Mahratta flag in a case
Cloth, wood and glass
The Mahratta (Maratha) Empire was the most powerful in India until conquered by the British in the early 19th century. Mahratta warriors continued to fight the British. At the Battle of Punniar on 29 December 1843, during the British invasion of Gwalior, Mahratta fighters attacked the British forces but were driven off by the Buffs. During the fighting the Mahratta flag was defended bravely by a young warrior, like Lieutenant Latham at Albuhera, until he was killed. The flag was carried by the Buffs as a trophy until 1875, when it was place in this case at Fort William, Calcutta, India.
On the knoll at the Battle of Inyezane 22nd January 1879, Lloyds Guns and the Buffs in Actin
Photograph of watercolour by an unknown artist
During the invasion of Zululand in 1879, the Buffs were in the right of three widely separated columns. They were attacked by Zulus but managed to beat off the attack and push on to their target, the missionary station at Eshowe. The central invasion column was wiped out at the Battle of Isandlwhana and the Buffs were besieged at Eshowe. The Zulus did not attack but surrounded the station and the Buffs were not relieved for 67 days.
Ornamental screen, taken from the Summer Palace in 1860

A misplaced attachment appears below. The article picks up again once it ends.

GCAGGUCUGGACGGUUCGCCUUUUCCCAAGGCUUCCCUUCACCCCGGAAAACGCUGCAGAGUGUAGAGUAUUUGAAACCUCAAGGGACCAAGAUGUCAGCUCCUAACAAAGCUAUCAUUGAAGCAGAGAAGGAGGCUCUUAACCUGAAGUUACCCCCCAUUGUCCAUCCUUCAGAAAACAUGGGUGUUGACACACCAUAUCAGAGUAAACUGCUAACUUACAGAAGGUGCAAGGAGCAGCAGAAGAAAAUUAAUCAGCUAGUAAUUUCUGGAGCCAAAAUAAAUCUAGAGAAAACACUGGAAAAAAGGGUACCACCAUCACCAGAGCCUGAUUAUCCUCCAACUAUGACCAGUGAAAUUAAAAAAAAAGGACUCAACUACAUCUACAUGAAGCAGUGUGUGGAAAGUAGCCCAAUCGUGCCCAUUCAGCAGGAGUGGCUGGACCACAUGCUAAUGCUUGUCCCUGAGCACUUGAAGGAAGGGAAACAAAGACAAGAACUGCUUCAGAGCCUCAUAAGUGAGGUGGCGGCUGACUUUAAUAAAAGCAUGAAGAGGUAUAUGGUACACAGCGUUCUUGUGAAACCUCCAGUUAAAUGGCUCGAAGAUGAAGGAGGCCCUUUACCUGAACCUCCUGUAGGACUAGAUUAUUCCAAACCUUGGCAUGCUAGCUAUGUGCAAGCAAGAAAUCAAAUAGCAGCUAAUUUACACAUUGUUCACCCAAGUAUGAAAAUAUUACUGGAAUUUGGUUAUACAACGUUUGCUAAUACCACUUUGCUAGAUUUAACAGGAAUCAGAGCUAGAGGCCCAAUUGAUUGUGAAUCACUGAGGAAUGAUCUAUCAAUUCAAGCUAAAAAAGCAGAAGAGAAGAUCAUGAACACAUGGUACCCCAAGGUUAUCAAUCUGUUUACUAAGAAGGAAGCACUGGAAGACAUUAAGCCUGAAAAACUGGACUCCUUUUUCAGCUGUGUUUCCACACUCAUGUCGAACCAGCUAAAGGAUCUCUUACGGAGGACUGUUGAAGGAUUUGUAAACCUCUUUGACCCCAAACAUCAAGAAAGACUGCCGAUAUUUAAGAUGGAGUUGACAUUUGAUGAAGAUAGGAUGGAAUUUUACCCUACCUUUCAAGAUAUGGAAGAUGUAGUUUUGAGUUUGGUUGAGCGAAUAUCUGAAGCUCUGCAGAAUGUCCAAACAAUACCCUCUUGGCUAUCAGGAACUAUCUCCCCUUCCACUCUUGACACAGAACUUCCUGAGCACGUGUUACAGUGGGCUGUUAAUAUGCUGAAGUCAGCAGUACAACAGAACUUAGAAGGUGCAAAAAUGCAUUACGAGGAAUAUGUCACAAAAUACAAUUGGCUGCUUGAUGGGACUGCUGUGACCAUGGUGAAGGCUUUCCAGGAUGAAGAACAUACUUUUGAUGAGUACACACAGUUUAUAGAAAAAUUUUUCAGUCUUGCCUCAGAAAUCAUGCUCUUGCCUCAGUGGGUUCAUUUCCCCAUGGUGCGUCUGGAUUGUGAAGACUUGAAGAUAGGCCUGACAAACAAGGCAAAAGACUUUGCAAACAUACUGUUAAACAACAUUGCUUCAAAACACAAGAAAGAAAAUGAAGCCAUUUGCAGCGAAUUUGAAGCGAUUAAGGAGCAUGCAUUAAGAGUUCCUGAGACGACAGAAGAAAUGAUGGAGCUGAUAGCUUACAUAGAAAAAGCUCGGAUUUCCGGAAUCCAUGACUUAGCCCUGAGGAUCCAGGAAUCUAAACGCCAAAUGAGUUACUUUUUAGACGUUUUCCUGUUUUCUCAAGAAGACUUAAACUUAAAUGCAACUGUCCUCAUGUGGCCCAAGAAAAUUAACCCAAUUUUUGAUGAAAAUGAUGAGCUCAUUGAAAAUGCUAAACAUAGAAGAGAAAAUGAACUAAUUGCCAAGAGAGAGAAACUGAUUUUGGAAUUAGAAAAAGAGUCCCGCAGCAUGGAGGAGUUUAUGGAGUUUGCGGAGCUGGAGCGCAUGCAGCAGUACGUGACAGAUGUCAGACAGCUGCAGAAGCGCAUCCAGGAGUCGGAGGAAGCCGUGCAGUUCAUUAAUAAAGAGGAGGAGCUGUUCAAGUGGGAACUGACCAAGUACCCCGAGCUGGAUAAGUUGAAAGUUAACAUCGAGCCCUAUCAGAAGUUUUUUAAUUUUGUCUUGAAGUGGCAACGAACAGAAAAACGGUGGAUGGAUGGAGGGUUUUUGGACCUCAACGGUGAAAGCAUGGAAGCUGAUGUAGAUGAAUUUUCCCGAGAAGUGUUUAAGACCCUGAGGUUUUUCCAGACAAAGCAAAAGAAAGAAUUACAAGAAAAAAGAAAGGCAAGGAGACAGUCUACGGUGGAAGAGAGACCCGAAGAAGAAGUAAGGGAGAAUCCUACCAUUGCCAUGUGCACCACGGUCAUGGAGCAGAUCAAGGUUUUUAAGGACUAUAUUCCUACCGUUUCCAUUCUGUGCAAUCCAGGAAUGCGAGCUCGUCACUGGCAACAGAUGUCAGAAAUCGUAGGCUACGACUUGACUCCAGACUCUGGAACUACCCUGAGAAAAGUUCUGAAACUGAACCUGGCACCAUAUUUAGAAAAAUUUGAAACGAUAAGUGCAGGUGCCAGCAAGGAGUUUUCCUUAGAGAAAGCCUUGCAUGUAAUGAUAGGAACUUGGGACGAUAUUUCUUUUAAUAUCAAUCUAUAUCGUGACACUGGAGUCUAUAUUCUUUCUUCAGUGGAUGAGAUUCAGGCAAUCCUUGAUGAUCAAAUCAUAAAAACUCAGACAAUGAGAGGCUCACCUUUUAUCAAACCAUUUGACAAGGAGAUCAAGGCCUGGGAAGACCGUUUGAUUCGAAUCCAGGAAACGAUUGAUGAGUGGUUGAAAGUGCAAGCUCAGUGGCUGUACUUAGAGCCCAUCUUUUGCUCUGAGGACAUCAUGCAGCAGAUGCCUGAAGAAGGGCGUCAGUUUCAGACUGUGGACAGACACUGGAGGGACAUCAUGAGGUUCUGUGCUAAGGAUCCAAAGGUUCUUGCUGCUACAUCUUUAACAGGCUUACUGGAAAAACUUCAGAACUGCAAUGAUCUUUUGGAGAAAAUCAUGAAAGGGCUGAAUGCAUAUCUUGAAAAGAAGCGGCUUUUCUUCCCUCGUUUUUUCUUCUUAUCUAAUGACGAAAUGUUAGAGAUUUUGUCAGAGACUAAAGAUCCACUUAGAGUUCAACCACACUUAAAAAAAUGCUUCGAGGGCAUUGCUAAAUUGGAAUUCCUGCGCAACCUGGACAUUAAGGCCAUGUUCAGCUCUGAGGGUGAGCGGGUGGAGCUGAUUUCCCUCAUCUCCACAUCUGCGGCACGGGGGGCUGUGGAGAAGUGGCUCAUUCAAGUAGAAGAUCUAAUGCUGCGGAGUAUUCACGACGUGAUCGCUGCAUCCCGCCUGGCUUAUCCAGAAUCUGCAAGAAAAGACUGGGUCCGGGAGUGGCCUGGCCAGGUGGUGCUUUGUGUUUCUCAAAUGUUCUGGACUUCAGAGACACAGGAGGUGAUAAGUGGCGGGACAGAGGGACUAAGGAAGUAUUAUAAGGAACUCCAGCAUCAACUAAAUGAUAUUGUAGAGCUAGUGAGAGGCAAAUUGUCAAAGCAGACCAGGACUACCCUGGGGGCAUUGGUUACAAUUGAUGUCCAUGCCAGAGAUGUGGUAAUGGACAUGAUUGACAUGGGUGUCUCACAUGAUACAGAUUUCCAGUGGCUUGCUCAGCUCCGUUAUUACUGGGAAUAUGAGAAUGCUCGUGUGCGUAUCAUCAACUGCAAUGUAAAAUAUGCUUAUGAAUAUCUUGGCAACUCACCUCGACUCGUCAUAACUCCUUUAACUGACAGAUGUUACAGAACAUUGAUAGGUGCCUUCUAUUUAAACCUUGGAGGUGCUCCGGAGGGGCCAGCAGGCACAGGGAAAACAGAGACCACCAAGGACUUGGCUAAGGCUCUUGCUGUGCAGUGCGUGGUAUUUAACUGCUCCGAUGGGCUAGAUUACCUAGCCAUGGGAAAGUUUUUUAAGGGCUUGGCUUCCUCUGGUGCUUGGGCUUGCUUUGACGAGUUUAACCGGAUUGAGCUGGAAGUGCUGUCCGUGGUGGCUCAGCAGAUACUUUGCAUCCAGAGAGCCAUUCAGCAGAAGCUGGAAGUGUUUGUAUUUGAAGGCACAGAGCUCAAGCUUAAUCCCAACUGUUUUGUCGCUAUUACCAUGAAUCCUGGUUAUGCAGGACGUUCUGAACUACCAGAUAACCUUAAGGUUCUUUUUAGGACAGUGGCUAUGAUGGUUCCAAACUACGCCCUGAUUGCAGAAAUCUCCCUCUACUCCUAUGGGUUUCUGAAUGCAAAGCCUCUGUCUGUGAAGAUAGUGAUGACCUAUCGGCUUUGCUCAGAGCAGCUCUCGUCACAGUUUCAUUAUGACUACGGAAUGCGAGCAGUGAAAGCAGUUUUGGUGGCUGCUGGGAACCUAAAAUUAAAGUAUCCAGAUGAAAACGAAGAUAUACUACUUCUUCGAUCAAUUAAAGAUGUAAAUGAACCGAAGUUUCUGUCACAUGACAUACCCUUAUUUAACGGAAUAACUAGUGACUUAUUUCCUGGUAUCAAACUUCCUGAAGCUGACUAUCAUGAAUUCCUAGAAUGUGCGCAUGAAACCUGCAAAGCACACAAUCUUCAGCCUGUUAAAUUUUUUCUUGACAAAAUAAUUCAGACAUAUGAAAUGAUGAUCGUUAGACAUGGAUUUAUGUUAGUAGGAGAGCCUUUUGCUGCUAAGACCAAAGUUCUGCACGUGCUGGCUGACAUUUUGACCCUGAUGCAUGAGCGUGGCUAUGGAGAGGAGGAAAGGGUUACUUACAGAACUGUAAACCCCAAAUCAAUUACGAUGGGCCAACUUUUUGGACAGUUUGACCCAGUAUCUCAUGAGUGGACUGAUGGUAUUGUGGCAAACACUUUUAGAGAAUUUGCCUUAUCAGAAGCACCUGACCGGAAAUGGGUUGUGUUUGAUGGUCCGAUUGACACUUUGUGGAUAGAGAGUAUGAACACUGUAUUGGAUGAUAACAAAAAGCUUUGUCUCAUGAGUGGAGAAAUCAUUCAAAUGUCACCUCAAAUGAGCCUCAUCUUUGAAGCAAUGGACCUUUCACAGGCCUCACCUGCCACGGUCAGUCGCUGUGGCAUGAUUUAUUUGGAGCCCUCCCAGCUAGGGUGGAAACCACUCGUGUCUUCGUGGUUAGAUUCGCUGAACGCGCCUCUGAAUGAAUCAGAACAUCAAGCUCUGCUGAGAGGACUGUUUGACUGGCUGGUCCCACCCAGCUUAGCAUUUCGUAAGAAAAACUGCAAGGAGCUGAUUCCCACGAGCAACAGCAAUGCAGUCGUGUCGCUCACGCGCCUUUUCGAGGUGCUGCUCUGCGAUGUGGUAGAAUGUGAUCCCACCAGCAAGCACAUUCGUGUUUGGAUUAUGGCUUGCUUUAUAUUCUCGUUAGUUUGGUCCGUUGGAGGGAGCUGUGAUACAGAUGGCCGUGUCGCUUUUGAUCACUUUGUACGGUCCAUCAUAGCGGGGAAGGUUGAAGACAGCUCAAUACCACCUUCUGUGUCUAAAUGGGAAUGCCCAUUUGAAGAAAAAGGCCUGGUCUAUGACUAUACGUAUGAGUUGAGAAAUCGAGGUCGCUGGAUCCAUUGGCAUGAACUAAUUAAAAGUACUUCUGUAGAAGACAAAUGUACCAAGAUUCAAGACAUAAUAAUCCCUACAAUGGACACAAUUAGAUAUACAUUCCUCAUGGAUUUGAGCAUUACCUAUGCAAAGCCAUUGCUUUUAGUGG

Brass, glass, wood, velvet
One of the items taken from the Summer Palace at Peking (Beijing) was this ornamental screen. Its use in the palace, other than as decoration, is unknown.
Paternoster Bay, South Africa
Photograph of watercolour by an unknown artist
The 2nd Battalion of the Buffs was sent to South Africa in 1876. They sailed from Dublin for Capetown in the St Lawrence. At 3am one morning the ship hit rocks in Paternoster Bay on the west coast of South Africa and began to sink. There were only four lifeboats and all the passengers, soldiers and baggage had to be rowed ashore. An officer found a horse and rode to Capetown, 100 miles away, to fetch help. Three days after the wreck he returned with rescue ships. The watercolour shows the camp of the Buffs on the beach.